MDY short position for a gain of nearly 2 points. We remain short a half
position of MDY with a marked to market gain of 2.5 points and have also
tightened the stop to protect the profit.
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, the ETF that tracks the
price of spot gold, hit our trailing stop of 47.26 yesterday, enabling us to
lock in a substantial gain of 6% on that trade.

As predicted in the October 11 issue of The Wagner Daily,
the Semiconductor Index
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sold off down to support of its 200-day moving
average yesterday, but closed just above it. This is significant because the
Nasdaq is so heavily weighted with semiconductor stocks. Therefore, if the $SOX
can hold above its 200-day moving average, it could serve as an impetus for the
Nasdaq to bounce off its lows. However, we still do not recommend going long any
of the broad-based ETFs unless you are only looking to play a one to two day
bounce. And if you do, be sure to wait for confirmation of a bounce rather than
trying to blindly guess where the bottom may be. Below is a chart of the $SOX
index, which you should follow closely today:

Taking a quick look at the daily charts of the major indices,
even a novice technical analyst will easily see the broad market is in bad
shape. The S&P 500 Index has closed lower in seven of the past eight sessions,
while the Nasdaq is now showing a month-to-date loss of 5.3%. Every one of the
major indices is now below their 200-day moving averages and many have broken
below support of their multi-year uptrend lines. Drilling down to look at the
performance of individual stocks, you will also see that a vast majority of
breakouts in nearly every sector are failing, while bullish consolidations near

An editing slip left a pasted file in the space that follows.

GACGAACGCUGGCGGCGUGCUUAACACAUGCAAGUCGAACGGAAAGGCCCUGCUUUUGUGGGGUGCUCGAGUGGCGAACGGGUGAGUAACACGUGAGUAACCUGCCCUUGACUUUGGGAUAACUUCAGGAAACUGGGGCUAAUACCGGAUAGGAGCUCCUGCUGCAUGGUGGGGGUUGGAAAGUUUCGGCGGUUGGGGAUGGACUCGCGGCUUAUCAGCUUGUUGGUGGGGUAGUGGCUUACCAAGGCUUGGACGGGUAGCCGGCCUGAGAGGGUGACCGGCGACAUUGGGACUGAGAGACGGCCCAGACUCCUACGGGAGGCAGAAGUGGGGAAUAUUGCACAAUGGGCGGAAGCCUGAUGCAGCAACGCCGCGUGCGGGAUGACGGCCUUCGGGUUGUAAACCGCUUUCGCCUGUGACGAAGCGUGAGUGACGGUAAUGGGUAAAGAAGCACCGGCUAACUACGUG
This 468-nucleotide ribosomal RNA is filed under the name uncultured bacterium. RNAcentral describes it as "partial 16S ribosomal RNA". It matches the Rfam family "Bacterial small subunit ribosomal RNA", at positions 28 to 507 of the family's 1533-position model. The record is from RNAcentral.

the highs are few and far between. Obviously, being long any sector for anything
more than a day trade right now is a highly risky proposition. The broad market
will probably bounce from oversold conditions within the next day or two, but
the overall trend still remains down. Although it is a highly overused cliche,
it is quite effective to always remember that the trend is your friend!
Don’t fight it.

Open ETF positions:

Short small MDY position (regular subscribers to

The Wagner Daily
receive detailed stop and target prices on open
positions and detailed setup information on new ETF trade entry prices. Intraday
e-mail alerts are also sent as needed.)

Deron Wagner is the head trader of Morpheus Capital
Hedge Fund and founder of Morpheus Trading Group (morpheustrading.com),
which he launched in 2001. Wagner appears on his best-selling video, Sector
Trading Strategies (Marketplace Books, June 2002), and is co-author of both The
Long-Term Day Trader (Career Press, April 2000) and The After-Hours Trader
(McGraw Hill, August 2000). Past television appearances include CNBC, ABC, and
Yahoo! FinanceVision. He is also a frequent guest speaker at various trading and
financial conferences around the world. For a free trial to the full version of
The Wagner Daily or to learn about Deron’s other services, visit
morpheustrading.com or send an e-mail